With the union of the registers, as the Old School intended, it was possible to obtain from the human voice a great expression along with a purity of tone and intonation, with the longest possible breath. The voice bent itself easily to all the needs of the bel canto, not only to the embellishments: messa di voce, portamento, agility, trill, etc. With the modern system, making dutiful exceptions, effort reigns, as well as violence, and in short “blowing off”. Those who withstand such retching only have one expression and a hardly approximate intonation, an impossible pronunciation as well as an enormous difference of timbres employed without contest of will, very short breath capacity, prohibiting us to speak of the embellishments of the song, which cannot be performed.

Here arises the idea that in order to remedy such destruction in art, nothing remains but to return to the old school, and I am in agreement on this.)

Notes from Luigi Leonesi from “Scuola di Canto dell’epoca d’oro: Secolo XVII), Opinioni de’ Cantori Antichi e Moderni“, published in 1904.

Night of the Living Chest Voice

Lesson dialogue from a recent lesson:

Me: So, I see you’re working up a lot of Musical Theater repertoire for auditions. That’s terrific!

Student: Yeah, I love music theater! I really want to pursue it. I just love (insert any recent musical here).

Me: Fantastic! So, let’s get started in a warm up and we’ll see where we’re at.

Student: Great! (Vocalizes on a basic scale pattern. It’s a very pretty sound. Up and down the scale we go, but chest voice is NOWHERE to be found. The student has a highly developed soprano head voice with no access to chest whatsoever – )

Me: Great! You sound wonderful, but I noticed that you don’t have a particularly sturdy chest voice. (Inner monologue: How in the HELL are you going to sing ANYTHING Music Theater without a viable chest voice????)

Student: Oh, yeah. My opera teacher told me that if I sing in chest I would lose my voice by the time I was twenty.

Me: (After a protracted silence) Ok then.


What GIVES with the TERROR of the female chest voice? Its obfuscation is so prevalent in the training of young women these days by ‘classical’ teachers. The male version is the teacher who is also MORTIFIED by use of falsetto in training the male singing voice. (For a recent article by my colleague Brian Lee on the subject of male falsetto, click here.)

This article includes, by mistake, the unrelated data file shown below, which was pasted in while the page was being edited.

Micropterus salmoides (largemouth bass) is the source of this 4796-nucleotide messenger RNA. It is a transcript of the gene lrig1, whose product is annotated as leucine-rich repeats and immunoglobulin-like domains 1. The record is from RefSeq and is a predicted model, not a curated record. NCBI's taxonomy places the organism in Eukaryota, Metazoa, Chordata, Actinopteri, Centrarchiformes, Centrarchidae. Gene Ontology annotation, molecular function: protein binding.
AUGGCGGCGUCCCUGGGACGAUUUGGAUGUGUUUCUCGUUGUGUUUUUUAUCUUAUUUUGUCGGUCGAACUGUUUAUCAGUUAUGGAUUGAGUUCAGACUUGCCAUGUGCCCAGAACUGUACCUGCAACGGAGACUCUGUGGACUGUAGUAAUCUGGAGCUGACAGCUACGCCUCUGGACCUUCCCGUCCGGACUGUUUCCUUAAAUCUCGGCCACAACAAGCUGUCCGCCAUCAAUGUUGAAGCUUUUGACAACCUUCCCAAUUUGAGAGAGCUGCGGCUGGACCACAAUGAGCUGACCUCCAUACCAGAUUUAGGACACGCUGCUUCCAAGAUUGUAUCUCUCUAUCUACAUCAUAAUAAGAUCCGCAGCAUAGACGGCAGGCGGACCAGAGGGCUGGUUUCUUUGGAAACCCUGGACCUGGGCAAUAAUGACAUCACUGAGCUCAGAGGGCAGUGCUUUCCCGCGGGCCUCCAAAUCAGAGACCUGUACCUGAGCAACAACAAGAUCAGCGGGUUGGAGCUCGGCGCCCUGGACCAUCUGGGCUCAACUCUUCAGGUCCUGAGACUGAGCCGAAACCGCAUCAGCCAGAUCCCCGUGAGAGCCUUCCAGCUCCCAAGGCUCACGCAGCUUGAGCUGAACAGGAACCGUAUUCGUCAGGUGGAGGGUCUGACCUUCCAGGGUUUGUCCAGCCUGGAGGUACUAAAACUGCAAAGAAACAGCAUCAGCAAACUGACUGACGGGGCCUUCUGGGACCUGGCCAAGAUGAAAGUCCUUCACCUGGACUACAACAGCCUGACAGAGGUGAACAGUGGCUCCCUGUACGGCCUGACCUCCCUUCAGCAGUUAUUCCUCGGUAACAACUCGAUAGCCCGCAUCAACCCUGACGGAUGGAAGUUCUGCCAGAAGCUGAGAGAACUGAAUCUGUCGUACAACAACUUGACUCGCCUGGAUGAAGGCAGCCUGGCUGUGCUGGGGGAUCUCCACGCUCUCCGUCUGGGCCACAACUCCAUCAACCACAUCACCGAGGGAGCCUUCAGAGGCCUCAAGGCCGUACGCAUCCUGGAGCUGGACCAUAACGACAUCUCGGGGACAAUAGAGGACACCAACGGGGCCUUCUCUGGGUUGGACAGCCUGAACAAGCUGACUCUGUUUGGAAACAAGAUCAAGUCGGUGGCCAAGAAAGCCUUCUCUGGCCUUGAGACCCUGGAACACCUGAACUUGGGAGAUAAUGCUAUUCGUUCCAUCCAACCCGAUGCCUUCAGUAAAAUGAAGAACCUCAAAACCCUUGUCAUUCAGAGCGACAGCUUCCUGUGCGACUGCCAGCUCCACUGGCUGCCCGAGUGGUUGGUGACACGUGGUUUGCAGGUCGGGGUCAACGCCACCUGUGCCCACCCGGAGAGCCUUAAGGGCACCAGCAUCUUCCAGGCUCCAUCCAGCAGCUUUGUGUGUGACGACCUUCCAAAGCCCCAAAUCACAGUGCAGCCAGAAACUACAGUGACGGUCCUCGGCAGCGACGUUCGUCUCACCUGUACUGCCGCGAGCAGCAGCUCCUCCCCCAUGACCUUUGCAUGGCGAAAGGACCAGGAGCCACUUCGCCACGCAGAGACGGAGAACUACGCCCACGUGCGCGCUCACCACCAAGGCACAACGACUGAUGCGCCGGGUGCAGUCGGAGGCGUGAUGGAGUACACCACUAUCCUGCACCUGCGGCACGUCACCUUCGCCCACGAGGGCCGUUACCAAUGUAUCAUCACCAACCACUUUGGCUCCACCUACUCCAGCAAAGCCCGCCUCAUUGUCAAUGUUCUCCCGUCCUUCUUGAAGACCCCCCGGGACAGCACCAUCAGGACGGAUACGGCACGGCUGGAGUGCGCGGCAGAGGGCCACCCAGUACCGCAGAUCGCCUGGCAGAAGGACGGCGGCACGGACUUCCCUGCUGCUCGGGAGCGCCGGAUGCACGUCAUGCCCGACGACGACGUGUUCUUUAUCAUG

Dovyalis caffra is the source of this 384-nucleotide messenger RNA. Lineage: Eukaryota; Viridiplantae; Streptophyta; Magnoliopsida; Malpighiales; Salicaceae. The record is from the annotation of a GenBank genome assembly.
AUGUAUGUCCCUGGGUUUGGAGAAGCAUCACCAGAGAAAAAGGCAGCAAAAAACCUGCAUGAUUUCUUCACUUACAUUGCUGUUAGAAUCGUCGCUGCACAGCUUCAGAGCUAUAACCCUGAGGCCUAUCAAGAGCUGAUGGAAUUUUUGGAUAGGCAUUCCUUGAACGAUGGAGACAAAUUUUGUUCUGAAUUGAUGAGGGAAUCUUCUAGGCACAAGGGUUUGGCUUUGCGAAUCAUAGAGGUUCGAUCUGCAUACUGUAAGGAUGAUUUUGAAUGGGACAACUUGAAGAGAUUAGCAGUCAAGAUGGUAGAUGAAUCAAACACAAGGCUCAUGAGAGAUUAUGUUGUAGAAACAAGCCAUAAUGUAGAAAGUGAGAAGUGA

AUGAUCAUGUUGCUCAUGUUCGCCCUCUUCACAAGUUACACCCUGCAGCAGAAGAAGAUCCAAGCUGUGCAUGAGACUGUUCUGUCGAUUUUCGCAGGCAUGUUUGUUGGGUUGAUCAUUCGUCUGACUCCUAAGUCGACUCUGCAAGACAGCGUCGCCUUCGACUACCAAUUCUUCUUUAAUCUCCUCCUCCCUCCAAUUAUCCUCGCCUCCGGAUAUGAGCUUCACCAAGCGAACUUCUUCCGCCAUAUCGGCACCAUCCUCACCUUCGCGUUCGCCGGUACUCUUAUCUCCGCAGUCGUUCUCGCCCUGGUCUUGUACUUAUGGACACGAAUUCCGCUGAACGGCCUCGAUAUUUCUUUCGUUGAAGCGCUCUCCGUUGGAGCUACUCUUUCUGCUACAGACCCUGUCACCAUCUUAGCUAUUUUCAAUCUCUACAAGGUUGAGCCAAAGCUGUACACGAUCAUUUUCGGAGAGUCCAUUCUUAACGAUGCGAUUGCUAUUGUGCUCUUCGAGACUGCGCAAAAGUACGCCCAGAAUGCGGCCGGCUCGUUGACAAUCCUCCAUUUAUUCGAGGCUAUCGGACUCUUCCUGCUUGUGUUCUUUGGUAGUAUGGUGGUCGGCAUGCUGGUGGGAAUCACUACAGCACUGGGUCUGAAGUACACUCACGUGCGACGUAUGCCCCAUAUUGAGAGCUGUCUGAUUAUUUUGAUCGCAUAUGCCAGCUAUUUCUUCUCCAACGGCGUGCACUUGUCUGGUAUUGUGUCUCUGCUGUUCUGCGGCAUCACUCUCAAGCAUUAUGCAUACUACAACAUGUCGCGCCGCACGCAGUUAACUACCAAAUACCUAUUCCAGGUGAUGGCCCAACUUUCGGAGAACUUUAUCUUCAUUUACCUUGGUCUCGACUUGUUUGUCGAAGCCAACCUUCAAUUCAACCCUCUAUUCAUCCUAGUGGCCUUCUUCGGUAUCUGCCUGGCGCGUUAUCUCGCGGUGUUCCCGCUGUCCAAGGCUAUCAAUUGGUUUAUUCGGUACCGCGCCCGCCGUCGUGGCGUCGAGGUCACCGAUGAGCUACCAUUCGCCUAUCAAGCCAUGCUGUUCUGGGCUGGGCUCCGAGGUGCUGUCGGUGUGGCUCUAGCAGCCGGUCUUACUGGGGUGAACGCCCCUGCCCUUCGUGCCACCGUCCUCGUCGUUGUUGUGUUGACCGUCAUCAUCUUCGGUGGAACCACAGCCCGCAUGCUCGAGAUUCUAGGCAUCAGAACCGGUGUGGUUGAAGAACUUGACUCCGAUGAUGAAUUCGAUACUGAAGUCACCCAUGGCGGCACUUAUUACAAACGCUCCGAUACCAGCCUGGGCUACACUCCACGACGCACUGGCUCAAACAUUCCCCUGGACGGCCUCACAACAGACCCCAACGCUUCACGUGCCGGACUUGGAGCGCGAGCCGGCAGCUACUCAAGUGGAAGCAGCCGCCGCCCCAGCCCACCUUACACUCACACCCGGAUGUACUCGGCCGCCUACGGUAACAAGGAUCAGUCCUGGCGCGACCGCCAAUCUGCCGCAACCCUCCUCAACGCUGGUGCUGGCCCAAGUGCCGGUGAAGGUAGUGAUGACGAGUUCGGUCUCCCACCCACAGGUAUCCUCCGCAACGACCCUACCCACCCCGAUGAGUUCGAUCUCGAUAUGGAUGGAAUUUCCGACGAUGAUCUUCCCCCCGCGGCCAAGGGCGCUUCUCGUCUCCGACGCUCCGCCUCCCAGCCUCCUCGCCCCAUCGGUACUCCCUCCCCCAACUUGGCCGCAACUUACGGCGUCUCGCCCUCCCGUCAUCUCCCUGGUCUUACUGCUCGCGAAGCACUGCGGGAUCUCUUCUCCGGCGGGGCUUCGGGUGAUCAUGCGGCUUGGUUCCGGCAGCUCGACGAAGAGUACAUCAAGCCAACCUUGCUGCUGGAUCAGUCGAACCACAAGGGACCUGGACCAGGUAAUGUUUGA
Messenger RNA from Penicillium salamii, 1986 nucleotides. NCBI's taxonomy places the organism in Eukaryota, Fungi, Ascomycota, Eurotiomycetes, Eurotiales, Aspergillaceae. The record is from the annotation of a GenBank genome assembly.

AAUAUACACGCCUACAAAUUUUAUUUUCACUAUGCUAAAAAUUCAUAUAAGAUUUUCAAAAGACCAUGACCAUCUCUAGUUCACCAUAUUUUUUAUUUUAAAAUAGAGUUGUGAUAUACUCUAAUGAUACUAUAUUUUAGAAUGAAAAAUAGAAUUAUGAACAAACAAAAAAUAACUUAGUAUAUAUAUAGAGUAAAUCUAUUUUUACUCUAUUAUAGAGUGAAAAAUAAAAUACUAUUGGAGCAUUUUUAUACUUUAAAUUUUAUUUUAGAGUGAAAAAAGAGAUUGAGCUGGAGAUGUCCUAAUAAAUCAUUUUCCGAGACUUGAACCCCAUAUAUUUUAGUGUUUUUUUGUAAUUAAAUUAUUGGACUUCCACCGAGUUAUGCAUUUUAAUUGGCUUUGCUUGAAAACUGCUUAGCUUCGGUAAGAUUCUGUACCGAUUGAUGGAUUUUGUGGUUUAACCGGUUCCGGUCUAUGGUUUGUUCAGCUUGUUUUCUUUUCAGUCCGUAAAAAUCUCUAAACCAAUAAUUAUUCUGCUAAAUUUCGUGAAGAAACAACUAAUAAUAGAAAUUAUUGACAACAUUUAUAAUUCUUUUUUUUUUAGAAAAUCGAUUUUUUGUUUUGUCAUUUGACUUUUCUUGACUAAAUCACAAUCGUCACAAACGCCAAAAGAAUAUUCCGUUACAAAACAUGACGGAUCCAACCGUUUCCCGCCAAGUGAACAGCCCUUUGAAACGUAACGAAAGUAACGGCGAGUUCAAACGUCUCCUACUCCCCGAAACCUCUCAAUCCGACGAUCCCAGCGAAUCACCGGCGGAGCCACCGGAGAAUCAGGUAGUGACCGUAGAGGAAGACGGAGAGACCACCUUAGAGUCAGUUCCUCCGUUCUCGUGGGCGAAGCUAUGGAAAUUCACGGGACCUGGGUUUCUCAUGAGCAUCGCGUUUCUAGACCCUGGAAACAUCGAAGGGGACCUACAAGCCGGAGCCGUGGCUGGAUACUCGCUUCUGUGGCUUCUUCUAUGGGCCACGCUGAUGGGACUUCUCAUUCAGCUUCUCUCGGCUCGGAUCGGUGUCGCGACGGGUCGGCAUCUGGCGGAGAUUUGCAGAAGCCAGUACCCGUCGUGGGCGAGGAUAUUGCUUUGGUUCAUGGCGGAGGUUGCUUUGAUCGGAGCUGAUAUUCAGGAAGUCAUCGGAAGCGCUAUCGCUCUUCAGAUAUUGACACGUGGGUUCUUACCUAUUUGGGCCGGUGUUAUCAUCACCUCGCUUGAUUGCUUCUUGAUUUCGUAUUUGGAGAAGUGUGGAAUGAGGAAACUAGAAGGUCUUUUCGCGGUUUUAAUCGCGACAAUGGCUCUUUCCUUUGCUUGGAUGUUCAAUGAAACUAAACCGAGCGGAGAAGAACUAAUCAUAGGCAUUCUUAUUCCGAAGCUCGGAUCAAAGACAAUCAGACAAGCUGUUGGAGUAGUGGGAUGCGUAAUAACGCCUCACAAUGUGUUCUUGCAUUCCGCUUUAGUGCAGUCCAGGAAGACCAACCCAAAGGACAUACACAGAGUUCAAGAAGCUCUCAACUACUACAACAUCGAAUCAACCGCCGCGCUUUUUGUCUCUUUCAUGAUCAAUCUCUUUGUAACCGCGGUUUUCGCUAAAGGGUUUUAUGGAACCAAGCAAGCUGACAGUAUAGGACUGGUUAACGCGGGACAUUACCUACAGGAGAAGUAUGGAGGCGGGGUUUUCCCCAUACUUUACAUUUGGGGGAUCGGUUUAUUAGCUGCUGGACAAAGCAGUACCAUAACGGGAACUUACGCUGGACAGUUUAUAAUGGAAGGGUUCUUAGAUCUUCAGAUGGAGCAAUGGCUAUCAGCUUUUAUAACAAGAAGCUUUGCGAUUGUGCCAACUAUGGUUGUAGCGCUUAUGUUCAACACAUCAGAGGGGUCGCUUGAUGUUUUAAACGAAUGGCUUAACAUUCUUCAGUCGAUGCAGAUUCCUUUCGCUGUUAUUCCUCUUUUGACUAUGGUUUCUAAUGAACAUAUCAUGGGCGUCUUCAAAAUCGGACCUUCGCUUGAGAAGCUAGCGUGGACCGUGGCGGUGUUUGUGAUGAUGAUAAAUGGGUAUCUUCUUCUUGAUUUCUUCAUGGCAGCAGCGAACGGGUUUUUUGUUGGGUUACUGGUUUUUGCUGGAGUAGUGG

This HORROR of chest voice is NOT a new trend, historically speaking.  As early as Manuel Garcia, teachers were running away from the chest voice in droves as a sound that was ‘unwomanly’ and ‘crude’ and ‘raw’.

The wisdom of the Old Italians, however, saw equal relevance in BOTH registers, the chest voice AND the head/falsetto.  They were both two parts of a whole, and were to be trained together in the pursuit of a perfected technique.

Here are some quotes from Giambattista Mancini’s “Practical Reflections on Figured Singing” from 1774 (emphasis mine):

“This chest voice is not equally forceful and strong in everyone; but to the extent that one has a more robust or more feeble organ of the chest, he will have a more or less robust voice.”

“It remains for me now to speak of those voices which are slender and weak throughout their register…One observes that these voices are very weak in the chest notes, and the greater majority deprived of any low notes, but rich in high notes, or head voice.”

So, NO CHEST = weak voice.  I find this to be true universally in female singers. The avoidance of chest voice creates a very pretty, but DEVITALIZED vocal sound, free of dramatic capability or true dynamic contrast.

What was Mancini’s solution?:

“There is not a method more sure to obtain this end (chest voice), I believe, than to have such a little voice sing only in the chest voice for a time. The exercise should be done with a tranquil solfeggio; and as the voice enriches itself with a greater body, and range, one may blend it as much as possible with the low notes.”

Manuel Garcia, II, writing in the nineteenth century, also commented on the current trend of chest-voice avoidance:

“As we have said, the chest register is generally denied or rejected by teachers, not that one could not draw from its application an immense advantage, nor that the suppression of the range which it embraces would not deprive the singer of the most beautiful dramatic effects or the most favorable contrasts.”

So, why the fear?

There are a lot of theories about this in the pedagogy, but one of the more interesting ideas I’ve found is the idea that the chest voice was somehow “manly”, and in a patriarchal society, women were expected to only make “lady-like” sounds, especially in the rigid Victorian/Edwardian era.  I find this idea particularly compelling as a sociological and cultural influence into vocal pedagogy. But culture is not function, and nature isn’t bound by our cultural ‘zeitgeist’.  When teachers say, “My dear, DON’T sing in chest voice, that’s VULGAR/UGLY”, these are AESTHETIC judgements, NOT functional ones.

Voice teachers OF ALL STRIPES need to embrace the chest voice as a powerful voice building tool and vital to developing a voice that has strength and power, in whatever style of music to be sung.

As Zelda might say in Poltergeist, “Go toward the CHEST VOICE, Carol Anne!”